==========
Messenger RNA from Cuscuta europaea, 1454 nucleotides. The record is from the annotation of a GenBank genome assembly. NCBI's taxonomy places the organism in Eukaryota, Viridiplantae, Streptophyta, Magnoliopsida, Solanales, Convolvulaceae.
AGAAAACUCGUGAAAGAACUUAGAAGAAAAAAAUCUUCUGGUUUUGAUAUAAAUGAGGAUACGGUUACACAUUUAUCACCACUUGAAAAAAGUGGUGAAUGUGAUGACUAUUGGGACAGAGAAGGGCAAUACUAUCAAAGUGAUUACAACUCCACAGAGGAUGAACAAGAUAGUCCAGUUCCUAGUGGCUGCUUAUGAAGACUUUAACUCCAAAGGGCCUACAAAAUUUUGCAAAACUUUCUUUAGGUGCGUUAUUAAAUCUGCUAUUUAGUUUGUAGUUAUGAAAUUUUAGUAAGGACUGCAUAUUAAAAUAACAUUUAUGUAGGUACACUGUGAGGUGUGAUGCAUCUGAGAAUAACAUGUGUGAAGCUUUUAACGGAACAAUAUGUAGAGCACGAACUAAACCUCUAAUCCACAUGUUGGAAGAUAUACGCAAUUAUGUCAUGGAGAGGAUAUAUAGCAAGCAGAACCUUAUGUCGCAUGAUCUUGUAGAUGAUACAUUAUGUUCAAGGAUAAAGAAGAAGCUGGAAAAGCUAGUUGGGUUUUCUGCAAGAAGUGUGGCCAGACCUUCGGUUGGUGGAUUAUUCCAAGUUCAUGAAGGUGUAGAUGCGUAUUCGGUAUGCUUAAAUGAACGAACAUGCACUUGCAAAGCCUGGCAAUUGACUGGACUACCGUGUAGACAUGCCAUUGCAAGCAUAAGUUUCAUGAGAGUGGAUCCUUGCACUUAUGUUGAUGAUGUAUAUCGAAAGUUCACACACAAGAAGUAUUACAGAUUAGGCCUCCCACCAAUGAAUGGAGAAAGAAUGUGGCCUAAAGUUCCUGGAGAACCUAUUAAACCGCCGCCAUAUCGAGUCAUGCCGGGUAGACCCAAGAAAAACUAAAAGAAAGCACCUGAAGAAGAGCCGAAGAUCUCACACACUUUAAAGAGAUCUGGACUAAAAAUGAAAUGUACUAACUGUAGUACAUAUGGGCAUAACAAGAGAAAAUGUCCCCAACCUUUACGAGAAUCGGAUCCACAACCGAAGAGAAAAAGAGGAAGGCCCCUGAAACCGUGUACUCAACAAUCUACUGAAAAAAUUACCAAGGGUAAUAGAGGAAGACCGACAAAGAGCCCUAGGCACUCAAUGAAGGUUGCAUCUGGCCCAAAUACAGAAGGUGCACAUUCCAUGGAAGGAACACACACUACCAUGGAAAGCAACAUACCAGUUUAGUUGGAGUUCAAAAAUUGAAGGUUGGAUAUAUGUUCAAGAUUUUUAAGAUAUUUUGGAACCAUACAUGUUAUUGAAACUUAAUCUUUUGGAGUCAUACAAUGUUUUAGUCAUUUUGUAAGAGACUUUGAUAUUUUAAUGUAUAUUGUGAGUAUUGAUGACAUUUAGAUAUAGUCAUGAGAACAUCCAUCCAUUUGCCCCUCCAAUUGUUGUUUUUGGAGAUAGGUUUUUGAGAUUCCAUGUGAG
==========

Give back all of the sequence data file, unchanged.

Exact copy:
Messenger RNA from Cuscuta europaea, 1454 nucleotides. The record is from the annotation of a GenBank genome assembly. NCBI's taxonomy places the organism in Eukaryota, Viridiplantae, Streptophyta, Magnoliopsida, Solanales, Convolvulaceae.
AGAAAACUCGUGAAAGAACUUAGAAGAAAAAAAUCUUCUGGUUUUGAUAUAAAUGAGGAUACGGUUACACAUUUAUCACCACUUGAAAAAAGUGGUGAAUGUGAUGACUAUUGGGACAGAGAAGGGCAAUACUAUCAAAGUGAUUACAACUCCACAGAGGAUGAACAAGAUAGUCCAGUUCCUAGUGGCUGCUUAUGAAGACUUUAACUCCAAAGGGCCUACAAAAUUUUGCAAAACUUUCUUUAGGUGCGUUAUUAAAUCUGCUAUUUAGUUUGUAGUUAUGAAAUUUUAGUAAGGACUGCAUAUUAAAAUAACAUUUAUGUAGGUACACUGUGAGGUGUGAUGCAUCUGAGAAUAACAUGUGUGAAGCUUUUAACGGAACAAUAUGUAGAGCACGAACUAAACCUCUAAUCCACAUGUUGGAAGAUAUACGCAAUUAUGUCAUGGAGAGGAUAUAUAGCAAGCAGAACCUUAUGUCGCAUGAUCUUGUAGAUGAUACAUUAUGUUCAAGGAUAAAGAAGAAGCUGGAAAAGCUAGUUGGGUUUUCUGCAAGAAGUGUGGCCAGACCUUCGGUUGGUGGAUUAUUCCAAGUUCAUGAAGGUGUAGAUGCGUAUUCGGUAUGCUUAAAUGAACGAACAUGCACUUGCAAAGCCUGGCAAUUGACUGGACUACCGUGUAGACAUGCCAUUGCAAGCAUAAGUUUCAUGAGAGUGGAUCCUUGCACUUAUGUUGAUGAUGUAUAUCGAAAGUUCACACACAAGAAGUAUUACAGAUUAGGCCUCCCACCAAUGAAUGGAGAAAGAAUGUGGCCUAAAGUUCCUGGAGAACCUAUUAAACCGCCGCCAUAUCGAGUCAUGCCGGGUAGACCCAAGAAAAACUAAAAGAAAGCACCUGAAGAAGAGCCGAAGAUCUCACACACUUUAAAGAGAUCUGGACUAAAAAUGAAAUGUACUAACUGUAGUACAUAUGGGCAUAACAAGAGAAAAUGUCCCCAACCUUUACGAGAAUCGGAUCCACAACCGAAGAGAAAAAGAGGAAGGCCCCUGAAACCGUGUACUCAACAAUCUACUGAAAAAAUUACCAAGGGUAAUAGAGGAAGACCGACAAAGAGCCCUAGGCACUCAAUGAAGGUUGCAUCUGGCCCAAAUACAGAAGGUGCACAUUCCAUGGAAGGAACACACACUACCAUGGAAAGCAACAUACCAGUUUAGUUGGAGUUCAAAAAUUGAAGGUUGGAUAUAUGUUCAAGAUUUUUAAGAUAUUUUGGAACCAUACAUGUUAUUGAAACUUAAUCUUUUGGAGUCAUACAAUGUUUUAGUCAUUUUGUAAGAGACUUUGAUAUUUUAAUGUAUAUUGUGAGUAUUGAUGACAUUUAGAUAUAGUCAUGAGAACAUCCAUCCAUUUGCCCCUCCAAUUGUUGUUUUUGGAGAUAGGUUUUUGAGAUUCCAUGUGAG